Metal-organic frameworks (MOFs) are a class of porous crystalline solids, consisting of metal ion nodes held together by organic linkers. These materials have been intensely studied because of their record-breaking internal surface area, up to several football fields packed in a single gram of MOF material. Moreover, the organic functionality in MOFs enables engineering of the pore space truly at the molecular level.
We study several aspects of MOFs, ranging from their formation mechanisms to adsorption properties and stimuli-responsive behavior.
Electrochemical Film Deposition of the Zirconium Metal–Organic Framework UiO-66 and Application in a Miniaturized Sorbent Trap. Chem. Mater. 27, 1801-1807 (2015).
Solvent-free synthesis of supported ZIF-8 films and patterns through transformation of deposited zinc oxide precursors. CrystEngComm 15, 9308 (2013).
Three-Dimensional Visualization of Defects Formed during the Synthesis of Metal-Organic Frameworks: A Fluorescence Microscopy Study. Angewandte Chemie-International Edition 52, 401–405 (2013).
A key enabling step in leveraging the properties of MOFs in microelectronics (as active sensor coatings, low-k dielectrics, etc.) will be the development of robust thin film deposition methods. Thus far, reported procedures for the deposition of MOF thin films are adaptations of powder preparation methods and typically involve the combination of linkers and metal salts in an organic solvent, often under solvothermal conditions. However, this approach is incompatible with microelectronic fabrication processes because of corrosion and contamination issues.
We are developing thin film deposition methods for porous materials. Recently, we pioneered a chemical vapor deposition process to deposit highly conformal MOF coatings (‘MOF-CVD’). The compatibility of MOF-CVD with existing microelectronics fabrication infrastructure will greatly facilitate MOF integration in microelectronics and related applications.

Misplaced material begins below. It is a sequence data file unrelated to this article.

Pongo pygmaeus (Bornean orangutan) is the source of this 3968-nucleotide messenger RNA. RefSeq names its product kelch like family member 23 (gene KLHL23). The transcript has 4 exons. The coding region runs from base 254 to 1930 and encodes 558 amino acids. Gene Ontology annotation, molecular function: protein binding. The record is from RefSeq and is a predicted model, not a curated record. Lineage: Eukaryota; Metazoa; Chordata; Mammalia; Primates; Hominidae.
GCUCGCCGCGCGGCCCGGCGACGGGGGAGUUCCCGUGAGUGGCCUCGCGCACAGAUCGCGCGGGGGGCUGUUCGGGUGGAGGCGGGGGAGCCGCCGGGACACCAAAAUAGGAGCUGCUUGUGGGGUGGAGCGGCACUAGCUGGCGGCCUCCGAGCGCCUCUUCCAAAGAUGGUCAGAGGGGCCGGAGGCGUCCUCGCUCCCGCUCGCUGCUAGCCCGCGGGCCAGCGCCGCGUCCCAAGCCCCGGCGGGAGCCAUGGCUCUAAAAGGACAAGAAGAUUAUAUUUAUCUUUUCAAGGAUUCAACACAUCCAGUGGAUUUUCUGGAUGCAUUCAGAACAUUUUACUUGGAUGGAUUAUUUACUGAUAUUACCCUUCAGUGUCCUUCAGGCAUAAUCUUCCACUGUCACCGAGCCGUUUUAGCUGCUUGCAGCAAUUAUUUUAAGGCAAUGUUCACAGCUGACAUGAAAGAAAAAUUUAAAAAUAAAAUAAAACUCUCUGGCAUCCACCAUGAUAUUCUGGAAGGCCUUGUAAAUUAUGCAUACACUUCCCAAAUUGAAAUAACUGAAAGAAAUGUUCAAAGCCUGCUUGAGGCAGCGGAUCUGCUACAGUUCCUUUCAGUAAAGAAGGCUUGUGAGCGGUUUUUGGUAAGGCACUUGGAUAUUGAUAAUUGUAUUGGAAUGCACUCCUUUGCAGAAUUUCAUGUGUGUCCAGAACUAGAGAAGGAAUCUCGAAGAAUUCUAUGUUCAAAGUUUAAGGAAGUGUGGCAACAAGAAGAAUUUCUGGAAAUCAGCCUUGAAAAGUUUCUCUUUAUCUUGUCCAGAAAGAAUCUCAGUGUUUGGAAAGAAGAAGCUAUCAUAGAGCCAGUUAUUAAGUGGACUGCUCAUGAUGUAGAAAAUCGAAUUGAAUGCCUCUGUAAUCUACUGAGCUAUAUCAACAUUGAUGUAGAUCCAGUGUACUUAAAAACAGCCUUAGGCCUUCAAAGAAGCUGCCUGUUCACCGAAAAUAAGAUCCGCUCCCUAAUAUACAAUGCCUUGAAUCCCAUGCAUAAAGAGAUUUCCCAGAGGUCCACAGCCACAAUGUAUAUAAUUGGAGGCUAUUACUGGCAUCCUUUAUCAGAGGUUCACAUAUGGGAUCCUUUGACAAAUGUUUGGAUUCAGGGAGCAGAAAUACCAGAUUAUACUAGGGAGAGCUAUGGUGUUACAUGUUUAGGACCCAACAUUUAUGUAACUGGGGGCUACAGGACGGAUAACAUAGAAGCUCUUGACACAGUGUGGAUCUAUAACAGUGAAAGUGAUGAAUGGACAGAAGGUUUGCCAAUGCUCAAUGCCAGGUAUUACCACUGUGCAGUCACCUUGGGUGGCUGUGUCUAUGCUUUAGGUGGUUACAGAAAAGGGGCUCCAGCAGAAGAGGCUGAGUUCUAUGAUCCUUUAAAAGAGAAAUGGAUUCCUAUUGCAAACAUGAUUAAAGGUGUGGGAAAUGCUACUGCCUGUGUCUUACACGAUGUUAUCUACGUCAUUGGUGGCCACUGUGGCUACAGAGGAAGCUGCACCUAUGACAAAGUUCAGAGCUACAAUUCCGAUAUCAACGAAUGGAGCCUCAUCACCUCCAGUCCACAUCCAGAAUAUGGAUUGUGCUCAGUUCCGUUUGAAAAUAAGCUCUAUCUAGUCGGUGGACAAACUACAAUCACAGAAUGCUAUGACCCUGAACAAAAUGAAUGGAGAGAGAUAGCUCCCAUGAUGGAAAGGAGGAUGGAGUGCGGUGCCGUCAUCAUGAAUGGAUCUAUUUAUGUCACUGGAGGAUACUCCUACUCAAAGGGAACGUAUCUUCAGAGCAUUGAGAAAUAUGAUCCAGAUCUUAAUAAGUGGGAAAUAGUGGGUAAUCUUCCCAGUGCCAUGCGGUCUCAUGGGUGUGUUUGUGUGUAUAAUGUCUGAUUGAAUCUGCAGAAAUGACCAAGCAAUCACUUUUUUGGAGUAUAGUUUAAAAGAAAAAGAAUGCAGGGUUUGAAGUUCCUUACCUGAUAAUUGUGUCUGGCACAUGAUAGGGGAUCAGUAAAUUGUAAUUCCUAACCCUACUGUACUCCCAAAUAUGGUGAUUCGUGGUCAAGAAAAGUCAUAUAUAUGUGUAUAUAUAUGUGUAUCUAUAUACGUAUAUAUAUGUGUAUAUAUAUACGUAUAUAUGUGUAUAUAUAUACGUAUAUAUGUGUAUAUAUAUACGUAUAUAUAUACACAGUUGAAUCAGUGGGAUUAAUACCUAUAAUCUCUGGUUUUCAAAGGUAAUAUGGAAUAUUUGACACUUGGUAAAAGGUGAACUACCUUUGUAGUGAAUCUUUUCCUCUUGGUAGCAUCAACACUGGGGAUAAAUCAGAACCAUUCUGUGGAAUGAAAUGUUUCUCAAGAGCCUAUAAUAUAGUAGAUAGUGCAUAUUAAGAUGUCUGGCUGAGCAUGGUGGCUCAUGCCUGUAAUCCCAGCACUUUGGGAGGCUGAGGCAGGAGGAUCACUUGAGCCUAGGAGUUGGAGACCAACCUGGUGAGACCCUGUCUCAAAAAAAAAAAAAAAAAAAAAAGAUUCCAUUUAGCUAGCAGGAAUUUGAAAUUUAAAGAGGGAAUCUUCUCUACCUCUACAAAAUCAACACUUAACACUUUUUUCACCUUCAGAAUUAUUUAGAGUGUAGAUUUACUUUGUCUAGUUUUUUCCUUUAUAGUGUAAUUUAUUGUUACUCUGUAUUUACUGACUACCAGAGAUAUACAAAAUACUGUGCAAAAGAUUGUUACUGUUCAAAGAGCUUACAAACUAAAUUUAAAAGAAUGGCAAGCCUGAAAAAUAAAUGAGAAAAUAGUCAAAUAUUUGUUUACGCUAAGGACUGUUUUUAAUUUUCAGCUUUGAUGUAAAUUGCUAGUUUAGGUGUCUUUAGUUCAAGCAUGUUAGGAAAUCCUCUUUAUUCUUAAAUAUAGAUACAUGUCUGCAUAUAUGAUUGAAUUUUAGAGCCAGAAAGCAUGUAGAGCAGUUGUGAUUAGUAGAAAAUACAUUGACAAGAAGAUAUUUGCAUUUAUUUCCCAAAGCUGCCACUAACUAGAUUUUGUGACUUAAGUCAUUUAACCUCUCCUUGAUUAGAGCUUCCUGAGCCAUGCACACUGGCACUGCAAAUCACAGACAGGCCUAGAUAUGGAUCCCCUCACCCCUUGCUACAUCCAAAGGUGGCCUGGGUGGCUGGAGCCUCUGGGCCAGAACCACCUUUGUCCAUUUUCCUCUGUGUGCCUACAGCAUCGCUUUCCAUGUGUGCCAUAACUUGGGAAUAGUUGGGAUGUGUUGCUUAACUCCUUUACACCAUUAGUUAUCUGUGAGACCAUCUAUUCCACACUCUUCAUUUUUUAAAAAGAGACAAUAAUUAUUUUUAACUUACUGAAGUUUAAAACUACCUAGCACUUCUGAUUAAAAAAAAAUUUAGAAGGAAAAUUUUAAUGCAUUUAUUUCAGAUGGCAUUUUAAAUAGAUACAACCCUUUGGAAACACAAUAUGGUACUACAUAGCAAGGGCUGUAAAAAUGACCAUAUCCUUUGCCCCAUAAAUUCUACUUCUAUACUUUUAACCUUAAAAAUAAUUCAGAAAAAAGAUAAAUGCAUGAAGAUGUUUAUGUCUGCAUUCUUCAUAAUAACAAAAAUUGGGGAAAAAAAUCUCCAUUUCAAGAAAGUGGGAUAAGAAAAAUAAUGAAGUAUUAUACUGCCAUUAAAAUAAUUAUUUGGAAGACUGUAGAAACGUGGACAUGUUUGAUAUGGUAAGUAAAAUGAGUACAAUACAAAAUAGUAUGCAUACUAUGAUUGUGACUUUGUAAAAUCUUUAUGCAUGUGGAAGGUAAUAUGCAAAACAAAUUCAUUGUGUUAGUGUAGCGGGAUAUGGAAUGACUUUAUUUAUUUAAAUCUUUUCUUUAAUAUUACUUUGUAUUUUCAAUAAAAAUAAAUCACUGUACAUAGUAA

An updated roadmap for the integration of metal–organic frameworks with electronic devices and chemical sensors. Chemical Society Reviews, 46, 3185-3241 (2017)
Chemical vapour deposition of zeolitic imidazolate framework thin films. Nature Materials 15, 304–310 (2016).
Lithographic Deposition of Patterned Metal–Organic Framework Coatings Using a Photobase Generator. Angew. Chem. Int. Ed. 53, 5561–5565 (2014).
The basic principle of additive manufacturing, often referred to as ‘3D printing’, is direct manufacturing of physical objects based on digital data. Objects are constructed by adding build material in layers, each one a thin cross-section of the 3D computer model of the item. The major ways in which current additive manufacturing techniques differ are in the materials that can be used and how layers are deposited and bonded.
We research several chemical aspects of 3D printing and how this exciting technology can be deployed to solve currently unexplored problems, in materials science and beyond.
3D printing in chemical engineering and catalytic technology: structured catalysts, mixers and reactors. Chemical Society Reviews (2017).
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